Cockatrice Selections

The Cymru’r Byd Series

As the start of its Cymru’r Byd series, Cockatrice Books brings you fiction by Vsevolod Garshin and Bjørnstjerne Bjørnson (forthcoming), with short stories by George Moore to follow — celebrating the literature of Russia, Norway and Ireland, of Wales and the world.

The Untilled Field by George Moore

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A farmer whose son is set on emigration to America visits a convent to persuade a young novice to forsake her vows. A priest who has abruptly postponed a wedding sets off in pursuit of the couple to save them from mortal sin. A humble priest sets out to make his parish the Oberammergau of the West, and a woman who has spent her life's savings on a stained-glass window for a crumbling church comes to be revered as a local saint.

Written in part as a model for writers in Irish, and in part in condemnation of the oppressive power of the Catholic church, this seminal short-story collection portrays the thinkers, expatriates, peasants, and priests of a stateless nation in the final years before its liberation.

Published as part of the Cymru’r Byd series: celebrating the literature of Wales and the world.

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Father and Son by Bjørnstjerne Bjørnson

Winner of the Nobel Prize for Literature

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Arne Kampen, restless and sullen, has reached manhood as though under a curse. His mother, possessive and pious, has made him promise never to leave the farm, and his father is a drunkard, brawler, cripple and lover, despised and feared throughout the valley, who has brutalised them both. On a nearby farm lives Eli Böen, as joyful and elusive as the Faye, the daughter of the woman his father loved and of the rival whose blow left him lame. Written with the unerring clarity of a Scandinavian saga and the kindly wisdom of a folk tale, this novel explores the struggle between fate and redemption, the longing for freedom and the need for bonds.

Published as part of the Cymru’r Byd series: celebrating the literature of Wales and the world.

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The Scarlet Flower by Vsevolod Garshin

Translated by E. L. Voynich and Rowland Smith

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A young writer lies wounded, hungry and dying of thirst, by the body of the Turkish soldier he has killed. A volunteer and private on the long march to Bulgaria assaults the officer who thought of him as an equal and a friend. A prostitute scorns the marriage that could save her life, preferring death to shame, and a patient in a lunatic asylum begins a solitary battle against the flower which is the source of all evil and suffering in the world. Combining the social awareness of Orwell or Gorky with the artistry of Turgenev, these stories demonstrate the work of a writer uniquely attuned to the sufferings of his people and the imperatives of his art.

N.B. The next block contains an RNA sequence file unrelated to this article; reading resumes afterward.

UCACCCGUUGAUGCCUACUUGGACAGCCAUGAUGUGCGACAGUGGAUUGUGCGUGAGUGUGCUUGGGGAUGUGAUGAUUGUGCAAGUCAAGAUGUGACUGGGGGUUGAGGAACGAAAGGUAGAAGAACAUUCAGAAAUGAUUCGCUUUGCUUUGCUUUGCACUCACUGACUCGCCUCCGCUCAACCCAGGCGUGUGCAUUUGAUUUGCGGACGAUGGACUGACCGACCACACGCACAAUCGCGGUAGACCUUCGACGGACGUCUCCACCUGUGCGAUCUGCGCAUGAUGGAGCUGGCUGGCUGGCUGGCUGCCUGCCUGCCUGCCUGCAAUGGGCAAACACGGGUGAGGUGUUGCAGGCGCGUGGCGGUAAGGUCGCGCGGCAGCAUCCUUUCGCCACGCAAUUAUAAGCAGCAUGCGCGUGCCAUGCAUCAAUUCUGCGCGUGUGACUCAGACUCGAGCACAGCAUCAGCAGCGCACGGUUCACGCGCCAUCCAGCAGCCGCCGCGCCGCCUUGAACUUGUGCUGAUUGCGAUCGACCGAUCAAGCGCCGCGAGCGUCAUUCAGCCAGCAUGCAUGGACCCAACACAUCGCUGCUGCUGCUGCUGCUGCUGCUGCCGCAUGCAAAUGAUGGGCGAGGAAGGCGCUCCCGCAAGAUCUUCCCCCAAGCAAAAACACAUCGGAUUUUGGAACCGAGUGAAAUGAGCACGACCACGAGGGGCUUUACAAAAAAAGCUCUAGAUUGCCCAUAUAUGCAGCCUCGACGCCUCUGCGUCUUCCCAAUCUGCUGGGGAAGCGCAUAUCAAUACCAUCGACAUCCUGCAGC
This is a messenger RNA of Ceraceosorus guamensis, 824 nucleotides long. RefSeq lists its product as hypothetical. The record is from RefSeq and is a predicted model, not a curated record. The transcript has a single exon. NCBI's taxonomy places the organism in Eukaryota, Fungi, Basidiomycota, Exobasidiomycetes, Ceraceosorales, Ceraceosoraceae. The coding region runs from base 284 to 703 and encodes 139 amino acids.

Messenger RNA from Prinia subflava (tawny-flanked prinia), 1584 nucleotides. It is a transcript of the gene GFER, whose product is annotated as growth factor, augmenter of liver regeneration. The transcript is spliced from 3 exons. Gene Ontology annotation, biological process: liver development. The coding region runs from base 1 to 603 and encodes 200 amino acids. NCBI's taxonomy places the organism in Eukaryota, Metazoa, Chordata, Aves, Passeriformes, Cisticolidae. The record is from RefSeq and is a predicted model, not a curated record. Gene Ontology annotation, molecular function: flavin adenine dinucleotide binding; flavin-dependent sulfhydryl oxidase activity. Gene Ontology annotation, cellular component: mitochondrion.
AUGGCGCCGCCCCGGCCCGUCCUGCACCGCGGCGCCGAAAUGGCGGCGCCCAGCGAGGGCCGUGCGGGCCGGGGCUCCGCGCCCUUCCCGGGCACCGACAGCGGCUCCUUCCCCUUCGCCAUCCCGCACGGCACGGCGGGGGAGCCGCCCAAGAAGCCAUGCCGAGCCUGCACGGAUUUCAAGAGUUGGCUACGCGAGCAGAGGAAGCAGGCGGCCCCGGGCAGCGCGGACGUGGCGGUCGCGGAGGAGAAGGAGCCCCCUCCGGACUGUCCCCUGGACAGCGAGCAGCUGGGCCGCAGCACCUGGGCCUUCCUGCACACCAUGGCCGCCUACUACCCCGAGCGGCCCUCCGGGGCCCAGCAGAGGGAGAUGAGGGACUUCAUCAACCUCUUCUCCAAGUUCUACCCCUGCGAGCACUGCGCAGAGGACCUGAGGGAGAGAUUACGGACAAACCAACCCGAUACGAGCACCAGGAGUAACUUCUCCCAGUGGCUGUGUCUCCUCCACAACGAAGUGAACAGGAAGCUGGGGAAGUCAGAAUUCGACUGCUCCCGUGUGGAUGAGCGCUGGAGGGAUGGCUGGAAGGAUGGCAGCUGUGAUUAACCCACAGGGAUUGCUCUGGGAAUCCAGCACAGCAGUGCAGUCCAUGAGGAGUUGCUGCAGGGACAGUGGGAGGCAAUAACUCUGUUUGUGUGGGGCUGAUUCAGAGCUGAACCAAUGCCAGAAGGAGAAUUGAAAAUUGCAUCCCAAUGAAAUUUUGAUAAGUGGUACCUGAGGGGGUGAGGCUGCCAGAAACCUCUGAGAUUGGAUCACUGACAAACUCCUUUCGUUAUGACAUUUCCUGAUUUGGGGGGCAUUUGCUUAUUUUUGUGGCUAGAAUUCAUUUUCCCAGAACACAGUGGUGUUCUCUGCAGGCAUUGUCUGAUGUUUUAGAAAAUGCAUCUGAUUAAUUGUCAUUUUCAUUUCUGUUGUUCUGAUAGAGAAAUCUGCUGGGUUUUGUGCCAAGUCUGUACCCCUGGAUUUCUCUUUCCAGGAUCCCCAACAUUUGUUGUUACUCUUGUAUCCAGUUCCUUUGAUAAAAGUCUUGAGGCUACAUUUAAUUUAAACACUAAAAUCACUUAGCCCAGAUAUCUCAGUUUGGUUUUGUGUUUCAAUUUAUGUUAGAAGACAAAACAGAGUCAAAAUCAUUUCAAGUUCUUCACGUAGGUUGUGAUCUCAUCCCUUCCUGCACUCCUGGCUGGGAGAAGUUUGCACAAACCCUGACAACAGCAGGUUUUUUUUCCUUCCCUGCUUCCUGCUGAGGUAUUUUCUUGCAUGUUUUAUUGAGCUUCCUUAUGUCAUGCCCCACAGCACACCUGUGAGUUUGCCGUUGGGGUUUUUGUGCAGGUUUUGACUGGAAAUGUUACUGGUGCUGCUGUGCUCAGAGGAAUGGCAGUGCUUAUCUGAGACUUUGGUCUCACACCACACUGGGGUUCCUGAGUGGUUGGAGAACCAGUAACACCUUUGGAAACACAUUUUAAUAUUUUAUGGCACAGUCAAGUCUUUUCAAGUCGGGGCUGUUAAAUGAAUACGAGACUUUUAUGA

‘Gogol, Turgenev, Tolstoi, Dostoevsky... None of our great masters created, at Garshin’s age, anything better than his work, and none can stand as so true and painfully effective a representative of the spirit of our troubled time.’

S. Stepniak

Published as part of the Cymru’r Byd series: celebrating the literature of Wales and the world.

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His Happiness by Bjørnstjerne Bjørnson

Winner of the Nobel Prize for Literature

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The peasant son of a village peasant sets his heart on marrying the daughter of a local land-owner. A young lad aspires to scale the crags above his valley to the place where the eagles nest, and four short encounters between a father and the parish priest sketch the story of a young man’s life.

With a timeless simplicity that recalls the work of Margiad Evans or Caradoc Evans, and with a love of the Norwegian land and people, these three stories represent the work of one of the forgotten masters of European literature.

Published as part of the Cymru’r Byd series: celebrating the literature of Wales and the world.

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